22nd June 2016

The day after the night before

FTSE 100
6,227, +23
10,016, +54
S&P 500
2,089, +6
iTraxx Main
79bp, +1bp
iTraxx X-Over Index
341bp, +1bp
10 Yr Bund
0.5%, -1bp
iBoxx Corp IG
B+145.6bp, -1bp 
iBoxx Corp HY Index
B+495bp, +-3bp
10 Yr US T-Bond
1.68%, +1bp

Not quite a hangover…

Following the euphoric session on Monday came the typical market response on Tuesday. It would appear that the shorts have been covered, the apprehensions alleviated and should Remain now succeed in the referendum campaign – as the market expects and the polls suggest, then Friday’s reaction will possibly not be as great as Monday’s. britainApart from the modicum of excitement it might generate in some quarters about it being business as usual, there’s no reason for the market to rally super hard. Certainly in Tuesday’s session that was the case where a tentative session left the only noticeable rally in parts of the corporate bond market. That was mainly in HY. There were not the sorts of volumes one would expect to be going through as spreads gapped wider last week, nor did we see any major uptick in volumes as they recovered hard in the session yesterday. It was a catch-up moment with the Street tightening up the market into every enquiry.

Primary drew another blank across the board. We’re not quite sure why that should be the case as deals would be met with a very good reception if a borrower decided to print. The fear around not getting a deal away easily enough pre-referendum is unnecessary. Christian Dior got a tremendous reception on Monday, for example. The lull in primary therefore is a little disconcerting given that July and August beckon and traditionally we see issuance in these months as very light. On the other hand, if indeed the current reduced levels of supply are due to Brexit fears, then we could expect a busy period from next week into the middle of July as borrowers get any delayed funding in before the holiday season starts.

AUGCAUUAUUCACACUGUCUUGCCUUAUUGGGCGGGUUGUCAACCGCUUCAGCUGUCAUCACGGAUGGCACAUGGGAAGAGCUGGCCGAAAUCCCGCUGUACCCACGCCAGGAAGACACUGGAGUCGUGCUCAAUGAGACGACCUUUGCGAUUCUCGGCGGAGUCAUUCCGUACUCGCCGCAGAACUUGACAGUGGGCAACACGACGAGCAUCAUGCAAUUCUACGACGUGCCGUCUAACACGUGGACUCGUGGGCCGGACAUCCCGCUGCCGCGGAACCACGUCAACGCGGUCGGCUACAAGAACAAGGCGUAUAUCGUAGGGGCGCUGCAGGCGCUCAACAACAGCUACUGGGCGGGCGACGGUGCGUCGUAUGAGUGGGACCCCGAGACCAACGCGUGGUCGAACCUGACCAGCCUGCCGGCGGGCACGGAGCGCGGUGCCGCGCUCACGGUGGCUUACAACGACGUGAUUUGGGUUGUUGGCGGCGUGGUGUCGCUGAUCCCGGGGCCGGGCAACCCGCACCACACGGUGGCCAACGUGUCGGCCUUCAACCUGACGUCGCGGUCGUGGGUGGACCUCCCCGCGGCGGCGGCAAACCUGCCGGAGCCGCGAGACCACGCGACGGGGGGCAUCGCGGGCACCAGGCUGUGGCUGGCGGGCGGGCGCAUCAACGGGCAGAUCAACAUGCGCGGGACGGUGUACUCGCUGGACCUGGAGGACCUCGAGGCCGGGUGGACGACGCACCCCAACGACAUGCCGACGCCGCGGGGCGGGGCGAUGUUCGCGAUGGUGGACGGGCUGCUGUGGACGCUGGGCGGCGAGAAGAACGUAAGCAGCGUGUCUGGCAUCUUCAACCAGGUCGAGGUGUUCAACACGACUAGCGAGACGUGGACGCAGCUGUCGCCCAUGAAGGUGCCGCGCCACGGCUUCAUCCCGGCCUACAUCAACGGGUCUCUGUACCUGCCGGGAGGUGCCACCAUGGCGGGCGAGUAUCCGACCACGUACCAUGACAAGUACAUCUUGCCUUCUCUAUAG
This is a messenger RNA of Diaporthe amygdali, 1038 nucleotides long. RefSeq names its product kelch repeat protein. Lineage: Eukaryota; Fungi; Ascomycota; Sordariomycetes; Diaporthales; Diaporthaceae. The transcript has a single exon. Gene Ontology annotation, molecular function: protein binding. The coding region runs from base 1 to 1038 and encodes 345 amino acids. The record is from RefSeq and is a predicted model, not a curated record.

Credit set to record a stellar first half

The ECB has almost assured performance of the corporate bond market for this year given its recent involvement in it. The evidence is in the volatility besetting other asset classes which we have avoided given the remarkable scale of the buying activity they have embarked on. Having lifted €2.25bn in six sessions from June 8, investors are soon going to feel the frustrations that come with being elbowed aside by the central bank. Allocations in primary will suffer, secondary market liquidity will wane further, and hitherto thought of as being rich corporate bond levels are going to get richer. But performance wise, 2016 ought to be excellent. Given where we started the year and how those opening two months panned out, the corporate bond market has had a good time of it since.